Nefarious is the Best Movie I’ve Seen in Years
Many films aimed at or well-suited to the “Christian audience” fall short of artistic excellence. They are just plain flat and didactic, mindlessly “inspirational,” or afraid to show genuine evil. So you leave with a puzzled shrug and the thought, “At least it wasn’t offensive … .”
Others which avoid these obvious pitfalls can’t afford to hire top-notch actors, or skilled cinematographers, or visionary directors. So they might be a gem of a story, or contain one brilliant performance, but don’t cohere as a whole. You walk out of those thinking, “What a missed opportunity … .”
Still other films attain genuine excellence, but get lousy distribution and so never gain the audience they deserve. I can point to a few, like Gimme Shelter, Voiceless, and Mr. Jones, each of which I’ve recommended in the past. (NOTE: These films are not PG rated and not for everybody.)
A Stark Flash of Truth
And then it happens. You see something with powerful performances, skillful camera work, intuitive direction … and a script that’s simply brilliant. Not just cleverly penned, like some Tarantino movie. Nor even workmanlike writing that gets its point across, but doesn’t stay with the viewer. (That describes most decent dramas, written and then re-written by whole teams of Hollywood craftsmen.)
No, I’m talking about a script which has real literary quality, that gives you the kind of feeling you get when reading a story by Ernest Hemingway, or a poem by George Herbert. Or one of C.S. Lewis’ exquisite fictional forays into one genre or another. In other words, you perceive a … vision, a genuine grasp of reality that you would never have had on your own. And yet it resonates with you as true.
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All the better, of course, when the artwork you’ve encountered also conveys abstract, crucial religious truths — when they’re built into it organically, not pasted on as lessons. I’ll never forget the first time I saw the classic “Bad Catholic’s” movie The Third Miracle. It dealt with the cold hard facts about eternity and redemption, and did so with the sober realism they merit. I remember thinking, “This is like going through most of your life seeing films that pretend gravity doesn’t exist, then finally seeing one where objects fall to the ground, as they do in real life. And where people who fall out of buildings go splat and die.”
The Grand Inquisitor Meets The Exorcist
I’m gobsmacked and thrilled to report that a movie of this quality is opening this weekend, Nefarious, based on the novel by conservative TV commentator and author Steve Deace of The Blaze. I heard about it from Eric Metaxas, who’d seen the preview screener and highly recommended it. I sat with a friend to watch it, and we were riveted. Imagine the insights of The Screwtape Letters conveyed with all the intensity of top-notch courtroom drama like To Kill a Mockingbird. Or the “Grand Inquisitor” scene from Dostoevsky’s The Brothers Karamazov, set on death row in a U.S. “red state.”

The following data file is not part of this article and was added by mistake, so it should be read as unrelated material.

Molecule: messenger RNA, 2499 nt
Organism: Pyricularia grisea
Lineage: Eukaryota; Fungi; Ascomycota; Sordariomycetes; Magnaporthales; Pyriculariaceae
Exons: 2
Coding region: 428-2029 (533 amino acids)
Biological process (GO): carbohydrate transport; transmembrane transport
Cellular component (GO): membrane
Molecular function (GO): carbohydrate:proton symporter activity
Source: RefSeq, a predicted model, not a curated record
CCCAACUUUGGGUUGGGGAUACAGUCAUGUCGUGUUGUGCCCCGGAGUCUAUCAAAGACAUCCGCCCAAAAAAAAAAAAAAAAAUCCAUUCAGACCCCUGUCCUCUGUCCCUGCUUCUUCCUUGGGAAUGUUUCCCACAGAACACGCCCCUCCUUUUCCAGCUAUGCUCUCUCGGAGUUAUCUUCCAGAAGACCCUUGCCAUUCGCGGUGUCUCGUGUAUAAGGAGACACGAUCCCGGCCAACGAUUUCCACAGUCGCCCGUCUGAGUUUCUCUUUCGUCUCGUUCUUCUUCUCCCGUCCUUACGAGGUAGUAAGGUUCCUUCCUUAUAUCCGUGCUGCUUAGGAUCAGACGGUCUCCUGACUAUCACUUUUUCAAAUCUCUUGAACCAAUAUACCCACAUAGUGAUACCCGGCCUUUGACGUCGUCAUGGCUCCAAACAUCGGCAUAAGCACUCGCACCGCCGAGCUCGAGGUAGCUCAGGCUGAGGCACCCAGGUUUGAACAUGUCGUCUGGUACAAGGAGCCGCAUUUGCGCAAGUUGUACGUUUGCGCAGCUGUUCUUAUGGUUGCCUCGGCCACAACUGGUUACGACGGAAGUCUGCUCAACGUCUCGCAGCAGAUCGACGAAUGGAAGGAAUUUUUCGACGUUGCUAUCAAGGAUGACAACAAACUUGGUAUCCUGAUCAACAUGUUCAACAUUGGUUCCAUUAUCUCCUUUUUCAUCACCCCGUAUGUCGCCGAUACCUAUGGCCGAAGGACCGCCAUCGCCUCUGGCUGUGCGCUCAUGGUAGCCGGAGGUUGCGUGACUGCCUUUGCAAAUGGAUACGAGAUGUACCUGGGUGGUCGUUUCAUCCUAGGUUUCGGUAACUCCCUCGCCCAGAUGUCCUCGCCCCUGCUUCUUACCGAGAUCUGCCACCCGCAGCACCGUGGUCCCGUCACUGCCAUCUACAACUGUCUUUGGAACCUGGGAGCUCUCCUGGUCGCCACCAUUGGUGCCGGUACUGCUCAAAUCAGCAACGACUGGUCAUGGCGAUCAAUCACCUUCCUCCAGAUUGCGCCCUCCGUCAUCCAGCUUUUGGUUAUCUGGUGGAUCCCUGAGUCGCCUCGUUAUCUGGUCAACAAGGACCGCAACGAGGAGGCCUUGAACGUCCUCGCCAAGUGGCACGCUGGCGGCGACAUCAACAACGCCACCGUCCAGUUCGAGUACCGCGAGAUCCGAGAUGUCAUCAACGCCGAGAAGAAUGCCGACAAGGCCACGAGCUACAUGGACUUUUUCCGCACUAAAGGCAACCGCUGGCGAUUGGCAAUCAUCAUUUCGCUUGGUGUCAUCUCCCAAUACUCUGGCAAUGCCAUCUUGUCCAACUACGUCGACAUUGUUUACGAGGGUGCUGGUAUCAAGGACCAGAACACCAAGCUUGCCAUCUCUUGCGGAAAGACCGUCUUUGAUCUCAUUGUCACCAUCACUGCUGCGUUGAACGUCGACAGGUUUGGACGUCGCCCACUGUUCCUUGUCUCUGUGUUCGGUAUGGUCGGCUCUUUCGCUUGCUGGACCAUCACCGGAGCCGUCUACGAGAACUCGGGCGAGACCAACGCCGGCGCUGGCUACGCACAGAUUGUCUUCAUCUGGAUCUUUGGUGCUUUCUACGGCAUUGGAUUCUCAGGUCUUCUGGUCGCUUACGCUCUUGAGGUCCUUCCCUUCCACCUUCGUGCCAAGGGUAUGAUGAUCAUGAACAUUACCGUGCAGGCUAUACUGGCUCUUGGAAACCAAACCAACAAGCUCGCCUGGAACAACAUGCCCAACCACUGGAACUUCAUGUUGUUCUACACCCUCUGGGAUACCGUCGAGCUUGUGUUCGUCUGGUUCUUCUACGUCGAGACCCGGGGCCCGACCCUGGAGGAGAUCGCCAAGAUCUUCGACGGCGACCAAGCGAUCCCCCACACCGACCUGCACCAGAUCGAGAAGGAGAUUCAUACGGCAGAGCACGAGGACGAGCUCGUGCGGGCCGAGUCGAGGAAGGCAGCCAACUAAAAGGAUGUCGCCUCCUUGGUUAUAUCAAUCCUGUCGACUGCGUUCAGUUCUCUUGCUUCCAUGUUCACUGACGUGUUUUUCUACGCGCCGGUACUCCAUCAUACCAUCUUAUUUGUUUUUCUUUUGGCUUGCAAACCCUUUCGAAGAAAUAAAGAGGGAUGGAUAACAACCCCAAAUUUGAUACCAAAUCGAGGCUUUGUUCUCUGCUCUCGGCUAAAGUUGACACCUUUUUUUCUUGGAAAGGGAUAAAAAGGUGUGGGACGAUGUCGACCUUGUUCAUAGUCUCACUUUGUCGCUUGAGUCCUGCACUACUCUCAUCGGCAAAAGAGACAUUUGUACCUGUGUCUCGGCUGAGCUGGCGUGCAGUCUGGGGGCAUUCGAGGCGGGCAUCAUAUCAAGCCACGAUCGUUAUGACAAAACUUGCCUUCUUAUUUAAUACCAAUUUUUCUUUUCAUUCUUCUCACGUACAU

I don’t want to give away too much, and drain the film of its power to surprise, unsettle, and challenge. Suffice it to say that it’s an intense, occasionally violent psychological thriller of a similar genre to The Exorcism of Emily Rose. The story is simple: a smug secular psychologist goes to evaluate a serial killer on the verge of execution … to see if he’s lucid enough to undergo capital punishment (as our law requires). But the killer insists he’s possessed by a demon. Is that proof he’s really insane?
The film confronts genuine evil — not confusion, bad ideas, mere human weakness, or even the sordid fact of Original Sin.
No, Nefarious brings us face to face with principalities and powers, the bloodless calculating entities who cast their shadows today in the abortion industry, the transgender movement, and the intolerant new gospel of the Antichrist we refer to as the Woke cult. We hear the subarctic voice of deathless spirits who whisper in our ears, who teach us to love the sin but hate the sinner, who manage our culture and politics and arrange for the State to groom our children.
As Real as Jesus’ Exorcisms in Scripture
The spirits are real, one of the bedrock facts on which Our Lord based His mission. We don’t read in the Gospel that Jesus called on the State to promote social justice. If we do that, it’s because we derive by reflection certain implications of Jesus’ teaching. We do read that He cast out devils, and that these spirits feared him and hate us. This film explores in stark, unsparing terms exactly what that means, with specific application to today’s culture and politics.
The film is rated “R” not for any over the top violence or sexual content, but because of the atmosphere of psychological terror that arises, as it should, in the presence of unsleeping evil. I’ve have the dubious privilege of confronting such evil myself. I had to stop picketing abortion clinics because I could feel those spirits present. I shuddered at the brush of their filthy wings when I had to report on a speech by David Duke. Steve Deace has done his homework, and he conveys their icy reality without holding back, and minus the Hollywood “horror” touches that most “occult” films seem to need.
The trailer offers a good flavor of the film. I understand films of this ilk may not be everybody’s “thing.” But we all need to know the stakes that we’re actually playing for, every day. And we need this glimpse at the playbook of the Enemy, as he ramps up his persecution of the Church throughout the world.
John Zmirak is a senior editor at The Stream and author or co-author of ten books, including The Politically Incorrect Guide to Immigration and The Politically Incorrect Guide to Catholicism. He is co-author with Jason Jones of “God, Guns, & the Government.”